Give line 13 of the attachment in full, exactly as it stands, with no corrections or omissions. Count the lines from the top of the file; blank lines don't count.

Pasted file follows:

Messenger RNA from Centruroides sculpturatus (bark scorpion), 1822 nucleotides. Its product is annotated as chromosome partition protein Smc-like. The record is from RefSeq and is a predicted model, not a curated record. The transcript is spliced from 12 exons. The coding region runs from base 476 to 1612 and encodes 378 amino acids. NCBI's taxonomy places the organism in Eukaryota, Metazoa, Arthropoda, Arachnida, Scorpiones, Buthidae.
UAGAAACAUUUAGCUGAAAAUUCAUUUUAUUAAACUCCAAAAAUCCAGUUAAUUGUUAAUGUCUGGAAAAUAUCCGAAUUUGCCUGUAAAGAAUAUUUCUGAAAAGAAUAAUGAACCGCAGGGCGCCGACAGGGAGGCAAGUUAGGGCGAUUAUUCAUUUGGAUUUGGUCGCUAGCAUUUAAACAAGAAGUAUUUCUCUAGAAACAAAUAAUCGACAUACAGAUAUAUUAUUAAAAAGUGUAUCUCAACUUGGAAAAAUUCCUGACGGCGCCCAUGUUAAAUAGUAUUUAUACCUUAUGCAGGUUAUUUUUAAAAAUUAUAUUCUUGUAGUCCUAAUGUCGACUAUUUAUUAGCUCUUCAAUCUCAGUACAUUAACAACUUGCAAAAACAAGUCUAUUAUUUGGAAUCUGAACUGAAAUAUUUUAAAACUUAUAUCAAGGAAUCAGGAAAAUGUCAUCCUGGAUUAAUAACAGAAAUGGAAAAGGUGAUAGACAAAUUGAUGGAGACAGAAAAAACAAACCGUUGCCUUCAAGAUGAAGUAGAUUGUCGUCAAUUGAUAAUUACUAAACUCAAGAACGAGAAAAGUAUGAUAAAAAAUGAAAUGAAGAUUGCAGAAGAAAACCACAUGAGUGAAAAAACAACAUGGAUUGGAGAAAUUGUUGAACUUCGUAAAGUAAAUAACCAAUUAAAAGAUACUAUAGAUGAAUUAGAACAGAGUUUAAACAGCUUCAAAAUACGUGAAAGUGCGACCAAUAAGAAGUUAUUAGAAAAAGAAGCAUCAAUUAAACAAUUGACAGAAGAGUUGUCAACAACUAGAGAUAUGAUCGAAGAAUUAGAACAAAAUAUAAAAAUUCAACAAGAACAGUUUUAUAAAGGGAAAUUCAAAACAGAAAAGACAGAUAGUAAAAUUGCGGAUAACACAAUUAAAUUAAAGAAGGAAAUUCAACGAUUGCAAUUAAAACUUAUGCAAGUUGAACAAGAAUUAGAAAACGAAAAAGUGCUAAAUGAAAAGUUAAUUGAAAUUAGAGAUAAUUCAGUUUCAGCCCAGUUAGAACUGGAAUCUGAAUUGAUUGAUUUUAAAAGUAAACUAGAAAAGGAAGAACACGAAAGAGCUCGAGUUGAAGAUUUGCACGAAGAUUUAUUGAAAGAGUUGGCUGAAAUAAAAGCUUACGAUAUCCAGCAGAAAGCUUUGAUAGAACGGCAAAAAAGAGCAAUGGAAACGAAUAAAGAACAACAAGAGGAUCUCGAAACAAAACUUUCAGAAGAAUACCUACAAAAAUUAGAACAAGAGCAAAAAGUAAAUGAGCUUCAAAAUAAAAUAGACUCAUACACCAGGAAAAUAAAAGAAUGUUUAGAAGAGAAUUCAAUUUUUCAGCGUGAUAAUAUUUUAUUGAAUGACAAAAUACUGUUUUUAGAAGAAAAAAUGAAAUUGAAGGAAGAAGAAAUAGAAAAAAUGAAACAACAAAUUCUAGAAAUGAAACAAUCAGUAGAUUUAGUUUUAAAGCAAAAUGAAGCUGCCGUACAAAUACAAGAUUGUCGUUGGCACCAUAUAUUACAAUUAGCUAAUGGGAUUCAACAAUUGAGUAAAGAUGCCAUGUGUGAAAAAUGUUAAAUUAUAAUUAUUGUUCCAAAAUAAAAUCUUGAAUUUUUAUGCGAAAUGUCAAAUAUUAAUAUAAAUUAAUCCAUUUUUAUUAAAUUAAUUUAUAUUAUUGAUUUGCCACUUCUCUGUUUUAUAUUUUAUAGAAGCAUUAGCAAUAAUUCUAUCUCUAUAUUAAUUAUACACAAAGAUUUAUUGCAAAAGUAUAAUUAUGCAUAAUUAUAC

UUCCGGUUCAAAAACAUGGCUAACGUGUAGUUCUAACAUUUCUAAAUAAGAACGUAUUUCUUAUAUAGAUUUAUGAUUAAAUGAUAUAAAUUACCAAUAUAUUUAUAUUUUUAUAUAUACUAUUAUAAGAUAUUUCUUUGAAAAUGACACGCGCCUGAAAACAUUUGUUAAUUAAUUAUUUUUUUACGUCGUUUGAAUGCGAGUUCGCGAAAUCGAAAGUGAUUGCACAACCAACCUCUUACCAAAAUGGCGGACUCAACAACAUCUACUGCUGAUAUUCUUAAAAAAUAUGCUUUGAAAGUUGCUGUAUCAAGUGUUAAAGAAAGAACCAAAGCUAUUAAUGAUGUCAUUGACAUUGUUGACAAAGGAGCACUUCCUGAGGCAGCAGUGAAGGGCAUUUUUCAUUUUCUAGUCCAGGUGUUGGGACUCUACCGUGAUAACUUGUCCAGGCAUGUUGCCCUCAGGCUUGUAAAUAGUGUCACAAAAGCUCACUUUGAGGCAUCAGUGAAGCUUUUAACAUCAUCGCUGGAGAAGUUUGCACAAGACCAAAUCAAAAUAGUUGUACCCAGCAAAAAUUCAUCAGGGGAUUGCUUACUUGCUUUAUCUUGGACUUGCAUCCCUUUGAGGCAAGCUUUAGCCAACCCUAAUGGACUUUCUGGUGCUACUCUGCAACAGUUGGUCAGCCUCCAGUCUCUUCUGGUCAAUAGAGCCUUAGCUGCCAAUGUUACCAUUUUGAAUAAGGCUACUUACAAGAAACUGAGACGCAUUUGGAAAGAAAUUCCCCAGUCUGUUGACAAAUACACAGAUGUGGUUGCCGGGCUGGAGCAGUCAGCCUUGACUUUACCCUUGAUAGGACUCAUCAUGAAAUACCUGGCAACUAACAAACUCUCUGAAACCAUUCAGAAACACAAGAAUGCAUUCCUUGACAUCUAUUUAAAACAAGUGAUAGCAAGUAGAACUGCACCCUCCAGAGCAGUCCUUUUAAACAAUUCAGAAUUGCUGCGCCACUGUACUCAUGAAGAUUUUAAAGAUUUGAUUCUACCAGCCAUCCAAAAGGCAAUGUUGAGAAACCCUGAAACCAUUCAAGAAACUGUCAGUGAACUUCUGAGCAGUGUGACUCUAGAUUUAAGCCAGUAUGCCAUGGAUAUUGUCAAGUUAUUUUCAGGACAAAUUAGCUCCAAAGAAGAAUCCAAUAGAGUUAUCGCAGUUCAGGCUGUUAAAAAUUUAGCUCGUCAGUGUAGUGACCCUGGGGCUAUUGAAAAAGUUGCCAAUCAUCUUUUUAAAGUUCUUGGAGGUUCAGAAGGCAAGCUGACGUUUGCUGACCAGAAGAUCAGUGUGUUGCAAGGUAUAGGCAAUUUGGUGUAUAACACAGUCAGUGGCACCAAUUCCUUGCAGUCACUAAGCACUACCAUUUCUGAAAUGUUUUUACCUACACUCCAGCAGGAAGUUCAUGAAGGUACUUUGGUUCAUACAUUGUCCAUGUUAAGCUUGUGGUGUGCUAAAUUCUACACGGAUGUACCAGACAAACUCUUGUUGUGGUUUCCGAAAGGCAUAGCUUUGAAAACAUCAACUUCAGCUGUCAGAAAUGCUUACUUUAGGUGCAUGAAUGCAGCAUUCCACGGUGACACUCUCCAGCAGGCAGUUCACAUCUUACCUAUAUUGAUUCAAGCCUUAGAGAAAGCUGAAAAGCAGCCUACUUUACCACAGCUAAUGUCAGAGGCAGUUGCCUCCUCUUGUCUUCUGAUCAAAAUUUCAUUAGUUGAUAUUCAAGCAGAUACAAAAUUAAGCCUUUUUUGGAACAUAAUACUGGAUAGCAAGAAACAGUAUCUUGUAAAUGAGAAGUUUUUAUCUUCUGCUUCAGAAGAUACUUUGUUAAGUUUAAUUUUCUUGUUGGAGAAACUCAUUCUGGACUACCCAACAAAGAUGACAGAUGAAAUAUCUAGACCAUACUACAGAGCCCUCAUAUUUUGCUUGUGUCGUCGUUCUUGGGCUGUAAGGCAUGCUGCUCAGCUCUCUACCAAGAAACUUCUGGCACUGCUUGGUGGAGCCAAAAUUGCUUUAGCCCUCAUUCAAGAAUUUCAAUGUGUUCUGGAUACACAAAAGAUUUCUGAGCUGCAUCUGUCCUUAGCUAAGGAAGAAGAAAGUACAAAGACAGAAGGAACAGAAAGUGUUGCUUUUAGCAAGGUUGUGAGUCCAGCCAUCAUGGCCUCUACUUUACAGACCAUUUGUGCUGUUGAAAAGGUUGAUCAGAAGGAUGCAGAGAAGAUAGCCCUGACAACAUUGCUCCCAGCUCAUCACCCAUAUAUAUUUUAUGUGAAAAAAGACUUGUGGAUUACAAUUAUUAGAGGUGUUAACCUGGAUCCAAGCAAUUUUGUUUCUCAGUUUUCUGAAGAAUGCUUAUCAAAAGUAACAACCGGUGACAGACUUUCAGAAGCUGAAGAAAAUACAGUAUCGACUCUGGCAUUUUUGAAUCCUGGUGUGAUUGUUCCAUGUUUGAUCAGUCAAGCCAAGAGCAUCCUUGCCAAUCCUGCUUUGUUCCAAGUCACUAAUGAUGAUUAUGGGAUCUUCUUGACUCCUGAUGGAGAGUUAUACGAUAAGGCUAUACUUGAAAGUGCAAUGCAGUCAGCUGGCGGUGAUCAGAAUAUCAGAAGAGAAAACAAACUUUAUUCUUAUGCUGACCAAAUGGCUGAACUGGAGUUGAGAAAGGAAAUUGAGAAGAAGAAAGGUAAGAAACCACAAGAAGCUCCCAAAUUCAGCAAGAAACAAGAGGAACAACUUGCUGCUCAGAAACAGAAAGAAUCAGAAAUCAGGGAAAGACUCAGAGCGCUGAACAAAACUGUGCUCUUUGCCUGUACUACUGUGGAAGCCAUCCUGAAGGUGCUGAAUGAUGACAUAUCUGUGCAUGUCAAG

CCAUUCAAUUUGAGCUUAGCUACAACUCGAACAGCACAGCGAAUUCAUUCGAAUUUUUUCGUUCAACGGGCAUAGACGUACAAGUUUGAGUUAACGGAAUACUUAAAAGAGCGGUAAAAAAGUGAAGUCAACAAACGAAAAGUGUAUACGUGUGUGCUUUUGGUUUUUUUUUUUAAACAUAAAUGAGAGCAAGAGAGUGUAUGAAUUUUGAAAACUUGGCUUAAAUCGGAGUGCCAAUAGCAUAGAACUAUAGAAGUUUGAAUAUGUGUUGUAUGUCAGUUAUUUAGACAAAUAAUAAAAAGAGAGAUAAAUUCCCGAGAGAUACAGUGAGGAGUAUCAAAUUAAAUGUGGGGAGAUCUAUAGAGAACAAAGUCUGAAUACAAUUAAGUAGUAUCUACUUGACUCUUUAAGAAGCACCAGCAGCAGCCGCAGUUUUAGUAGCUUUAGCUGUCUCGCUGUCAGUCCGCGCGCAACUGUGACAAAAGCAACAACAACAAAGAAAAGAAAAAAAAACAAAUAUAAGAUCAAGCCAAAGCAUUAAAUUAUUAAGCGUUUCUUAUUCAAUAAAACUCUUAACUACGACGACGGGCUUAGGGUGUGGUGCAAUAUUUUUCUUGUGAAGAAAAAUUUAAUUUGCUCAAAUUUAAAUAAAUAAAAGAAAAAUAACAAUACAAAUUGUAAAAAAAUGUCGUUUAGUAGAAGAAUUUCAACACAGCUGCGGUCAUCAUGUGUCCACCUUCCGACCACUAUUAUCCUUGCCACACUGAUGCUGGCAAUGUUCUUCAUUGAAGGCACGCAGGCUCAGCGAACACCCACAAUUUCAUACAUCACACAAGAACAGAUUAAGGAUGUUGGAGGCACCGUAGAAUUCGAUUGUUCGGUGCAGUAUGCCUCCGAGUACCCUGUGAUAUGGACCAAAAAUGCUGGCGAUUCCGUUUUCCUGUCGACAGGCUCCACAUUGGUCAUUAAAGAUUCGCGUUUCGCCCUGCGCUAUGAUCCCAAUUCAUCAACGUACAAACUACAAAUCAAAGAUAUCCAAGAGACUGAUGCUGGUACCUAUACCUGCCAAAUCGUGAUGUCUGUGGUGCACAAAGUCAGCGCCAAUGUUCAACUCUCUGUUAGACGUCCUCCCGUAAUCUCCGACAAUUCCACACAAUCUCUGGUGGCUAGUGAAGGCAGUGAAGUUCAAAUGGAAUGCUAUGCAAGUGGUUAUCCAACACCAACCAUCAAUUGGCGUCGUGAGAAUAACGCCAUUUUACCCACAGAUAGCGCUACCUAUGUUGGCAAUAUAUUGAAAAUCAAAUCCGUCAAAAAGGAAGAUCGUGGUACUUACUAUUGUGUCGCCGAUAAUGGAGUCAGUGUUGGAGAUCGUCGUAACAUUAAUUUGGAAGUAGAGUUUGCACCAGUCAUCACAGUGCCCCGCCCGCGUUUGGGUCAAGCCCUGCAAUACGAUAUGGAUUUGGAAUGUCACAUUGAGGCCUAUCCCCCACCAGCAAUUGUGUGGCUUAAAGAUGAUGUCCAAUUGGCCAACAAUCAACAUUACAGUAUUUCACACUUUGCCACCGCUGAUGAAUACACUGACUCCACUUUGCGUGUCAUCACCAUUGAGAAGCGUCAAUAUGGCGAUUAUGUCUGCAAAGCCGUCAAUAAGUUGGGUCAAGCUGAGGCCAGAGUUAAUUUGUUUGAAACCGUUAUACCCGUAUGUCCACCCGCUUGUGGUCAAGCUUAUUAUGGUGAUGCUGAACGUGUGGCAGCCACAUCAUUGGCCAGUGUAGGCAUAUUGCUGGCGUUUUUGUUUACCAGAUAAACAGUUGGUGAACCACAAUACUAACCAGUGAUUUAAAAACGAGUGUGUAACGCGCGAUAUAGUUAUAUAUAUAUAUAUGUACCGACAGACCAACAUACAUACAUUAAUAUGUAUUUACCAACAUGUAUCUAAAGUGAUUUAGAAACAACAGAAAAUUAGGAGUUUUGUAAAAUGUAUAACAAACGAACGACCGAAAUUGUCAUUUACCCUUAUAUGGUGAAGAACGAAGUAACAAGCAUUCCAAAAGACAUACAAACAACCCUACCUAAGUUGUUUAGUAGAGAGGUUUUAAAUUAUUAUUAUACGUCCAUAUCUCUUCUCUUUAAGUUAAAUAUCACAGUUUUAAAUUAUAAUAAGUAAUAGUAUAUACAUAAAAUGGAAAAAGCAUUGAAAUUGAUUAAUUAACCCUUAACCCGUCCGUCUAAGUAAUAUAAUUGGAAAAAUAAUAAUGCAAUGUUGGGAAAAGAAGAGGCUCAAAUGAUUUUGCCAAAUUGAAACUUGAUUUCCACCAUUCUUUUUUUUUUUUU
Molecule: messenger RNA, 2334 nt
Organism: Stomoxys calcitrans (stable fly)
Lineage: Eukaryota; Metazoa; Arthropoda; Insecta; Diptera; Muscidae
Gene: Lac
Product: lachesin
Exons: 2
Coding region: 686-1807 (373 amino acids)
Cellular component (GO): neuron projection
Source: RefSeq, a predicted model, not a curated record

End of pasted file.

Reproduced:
Source: RefSeq, a predicted model, not a curated record